The study produced 17 high-confidence and 11 novel therapeutic targets from the central nervous system (CNS) and diMN samples. These targets were further validated by mimicking the most common genetic cause of ALS, of which 18 targets (64%) have been validated to have initiated suppression that moderately or strongly rescued neurodegeneration.
“It is exciting to see the power of AI to help understand ALS biology,” said Merit Cudkowicz, MD, corresponding author of the ALS study and chief of neurology and director of the Healey & AMG Center for ALS at Mass General Hospital and Harvard Medical School.
Described by Insilico officials as a unique, user-friendly interface that requires no prior knowledge of computational biology, PandaOmics reportedly offers several advantages related to user experience, database complexity, algorithms, and validation approach. Detailed instructions guide users through each step of discovery and the platform yields a ranking of targets based on the selection of different custom and pre-processed datasets. A multi-layer validation procedure is included to estimate each model's performance in respect of the type of experimental data, protein family, disease area, and ability to suggest novel targets.
“The results of this collaborative research effort show what is possible when we bring together human expertise with AI tools to discover new targets for diseases where there is a high unmet need,” said Alex Zhavoronkov, PhD, founder and CEO of Insilico Medicine. “This is only the beginning.”
According to Zhavoronkov, the keys to effective target discovery are the balance between novelty, confidence, and commercial tractability. While there are not any validated targets for ALS that directly induce a curative response, there are many clues in the existing literature that suggest certain pathways and targets might be more implicated in the disease than others.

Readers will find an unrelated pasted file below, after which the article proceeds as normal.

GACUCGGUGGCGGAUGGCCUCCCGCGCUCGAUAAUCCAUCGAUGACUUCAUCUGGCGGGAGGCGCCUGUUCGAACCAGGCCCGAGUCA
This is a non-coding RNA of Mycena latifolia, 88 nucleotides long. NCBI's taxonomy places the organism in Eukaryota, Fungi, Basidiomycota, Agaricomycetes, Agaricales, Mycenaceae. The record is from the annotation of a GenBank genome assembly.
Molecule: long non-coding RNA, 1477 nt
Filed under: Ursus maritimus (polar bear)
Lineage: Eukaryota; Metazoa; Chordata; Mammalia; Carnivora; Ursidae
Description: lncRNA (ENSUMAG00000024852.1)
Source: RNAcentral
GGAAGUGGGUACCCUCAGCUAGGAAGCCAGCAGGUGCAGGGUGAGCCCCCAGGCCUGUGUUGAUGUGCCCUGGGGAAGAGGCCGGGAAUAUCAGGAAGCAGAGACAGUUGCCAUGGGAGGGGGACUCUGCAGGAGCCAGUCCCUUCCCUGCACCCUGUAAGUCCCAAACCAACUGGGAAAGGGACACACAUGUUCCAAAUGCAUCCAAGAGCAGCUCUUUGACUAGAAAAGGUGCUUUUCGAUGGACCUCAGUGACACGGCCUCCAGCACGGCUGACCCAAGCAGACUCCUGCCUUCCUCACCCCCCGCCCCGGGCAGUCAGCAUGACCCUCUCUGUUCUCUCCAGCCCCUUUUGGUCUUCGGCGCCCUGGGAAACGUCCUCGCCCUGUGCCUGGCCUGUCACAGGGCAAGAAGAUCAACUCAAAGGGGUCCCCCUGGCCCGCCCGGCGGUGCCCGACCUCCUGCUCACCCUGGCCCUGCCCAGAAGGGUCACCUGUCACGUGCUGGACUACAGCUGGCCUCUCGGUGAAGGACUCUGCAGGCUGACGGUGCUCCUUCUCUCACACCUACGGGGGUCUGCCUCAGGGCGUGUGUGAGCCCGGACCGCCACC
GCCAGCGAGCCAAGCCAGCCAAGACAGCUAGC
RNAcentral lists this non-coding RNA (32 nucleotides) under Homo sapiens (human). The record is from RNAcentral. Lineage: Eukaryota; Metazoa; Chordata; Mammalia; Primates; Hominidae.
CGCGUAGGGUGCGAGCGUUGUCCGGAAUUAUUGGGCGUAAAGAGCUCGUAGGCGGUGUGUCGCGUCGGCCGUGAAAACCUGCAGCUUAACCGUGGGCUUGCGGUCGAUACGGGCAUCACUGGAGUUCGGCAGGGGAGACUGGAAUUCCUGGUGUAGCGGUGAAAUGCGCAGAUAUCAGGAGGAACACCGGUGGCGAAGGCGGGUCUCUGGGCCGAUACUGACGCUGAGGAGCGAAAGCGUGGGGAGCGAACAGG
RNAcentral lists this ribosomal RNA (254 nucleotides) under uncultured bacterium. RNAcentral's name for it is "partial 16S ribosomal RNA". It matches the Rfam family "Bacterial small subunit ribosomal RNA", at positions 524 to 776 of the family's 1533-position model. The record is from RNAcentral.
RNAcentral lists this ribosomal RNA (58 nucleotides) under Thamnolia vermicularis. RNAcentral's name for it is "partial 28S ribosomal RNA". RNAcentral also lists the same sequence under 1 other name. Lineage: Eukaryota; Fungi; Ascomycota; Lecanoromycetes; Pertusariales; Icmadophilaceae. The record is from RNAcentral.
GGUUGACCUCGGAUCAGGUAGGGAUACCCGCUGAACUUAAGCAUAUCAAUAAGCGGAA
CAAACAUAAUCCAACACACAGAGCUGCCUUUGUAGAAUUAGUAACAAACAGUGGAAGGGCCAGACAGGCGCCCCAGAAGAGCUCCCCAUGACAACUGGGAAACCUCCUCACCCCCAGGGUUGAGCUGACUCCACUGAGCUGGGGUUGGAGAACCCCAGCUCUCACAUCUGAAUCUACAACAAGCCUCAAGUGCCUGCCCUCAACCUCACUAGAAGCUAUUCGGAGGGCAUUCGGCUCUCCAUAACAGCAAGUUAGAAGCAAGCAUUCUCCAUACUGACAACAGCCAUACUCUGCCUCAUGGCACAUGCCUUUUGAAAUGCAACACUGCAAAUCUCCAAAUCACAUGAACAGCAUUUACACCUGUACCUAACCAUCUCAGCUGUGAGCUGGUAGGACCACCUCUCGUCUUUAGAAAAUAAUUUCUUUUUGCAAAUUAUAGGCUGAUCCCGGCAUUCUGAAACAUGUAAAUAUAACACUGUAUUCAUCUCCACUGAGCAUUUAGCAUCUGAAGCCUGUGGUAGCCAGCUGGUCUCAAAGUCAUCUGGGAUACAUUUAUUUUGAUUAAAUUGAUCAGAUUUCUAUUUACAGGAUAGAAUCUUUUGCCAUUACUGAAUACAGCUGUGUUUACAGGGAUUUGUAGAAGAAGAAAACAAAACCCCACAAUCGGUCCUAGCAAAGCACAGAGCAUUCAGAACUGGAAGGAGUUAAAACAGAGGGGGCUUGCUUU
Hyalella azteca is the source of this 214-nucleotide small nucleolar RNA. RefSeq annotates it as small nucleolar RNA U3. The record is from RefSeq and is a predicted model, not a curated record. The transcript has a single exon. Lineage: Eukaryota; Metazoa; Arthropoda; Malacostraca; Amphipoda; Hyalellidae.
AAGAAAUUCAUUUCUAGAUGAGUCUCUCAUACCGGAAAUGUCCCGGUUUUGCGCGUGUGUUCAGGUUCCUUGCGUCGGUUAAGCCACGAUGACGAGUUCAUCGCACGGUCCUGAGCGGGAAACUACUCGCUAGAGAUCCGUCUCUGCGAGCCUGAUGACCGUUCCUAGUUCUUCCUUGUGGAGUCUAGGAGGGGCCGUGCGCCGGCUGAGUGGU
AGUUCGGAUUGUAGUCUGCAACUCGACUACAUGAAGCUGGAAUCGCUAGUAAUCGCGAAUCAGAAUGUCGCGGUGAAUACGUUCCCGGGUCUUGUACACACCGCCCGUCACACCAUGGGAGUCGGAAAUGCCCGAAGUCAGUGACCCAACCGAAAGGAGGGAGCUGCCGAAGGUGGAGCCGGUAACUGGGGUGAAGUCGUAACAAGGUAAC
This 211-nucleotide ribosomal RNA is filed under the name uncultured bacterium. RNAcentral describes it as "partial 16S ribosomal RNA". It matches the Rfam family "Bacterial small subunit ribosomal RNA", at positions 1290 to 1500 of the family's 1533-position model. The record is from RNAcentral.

“We looked at a man-made mass of text databases where we have several distinct AI scores that look at what has been done before in that particular space and which targets are likely to work based on the literature projections,” Zhavoronkov explained. “But we wanted to prioritize novelty in this particular exercise. And when you’re looking for novelty, you’re relying more on biological data and specific Omics data. We generated models to answer the question, ‘Which targets are more implicated in ALS?’ We are looking at healthy patients and patients with disease and comparing them in many different ways using multiple AIs to understand which genes are more implicated in ALS, as well as which ones are causal and which ones can be targeted with drugs that can penetrate the brain. That’s where we get the novelty. Then we combine that with text-based scores and prioritize novelty and confidence.”
Zhavoronkov said the ALS-based research and AI could also be a pathway to developing specific programs for other disease states.
“We are very focused on the convergence of AI for drug discovery and aging research,” he said. We as humans change in time, and after reaching our peak we begin to lose function and die regardless of the diseases we get. So, we try to teach AI to recognize those minute changes in time, establish causality, and then establish those minute changes that trigger the shift from normal aging into disease.”
1. Pun FW, Hei Man Liu B, Long X, Leung HW, Ho Duen Leung G. Identification of therapeutic targets for amyotrophic lateral sclerosis using pandaomics – an AI-enabled biological target discovery platform. Front Aging Neurosci. 2022;14:914017.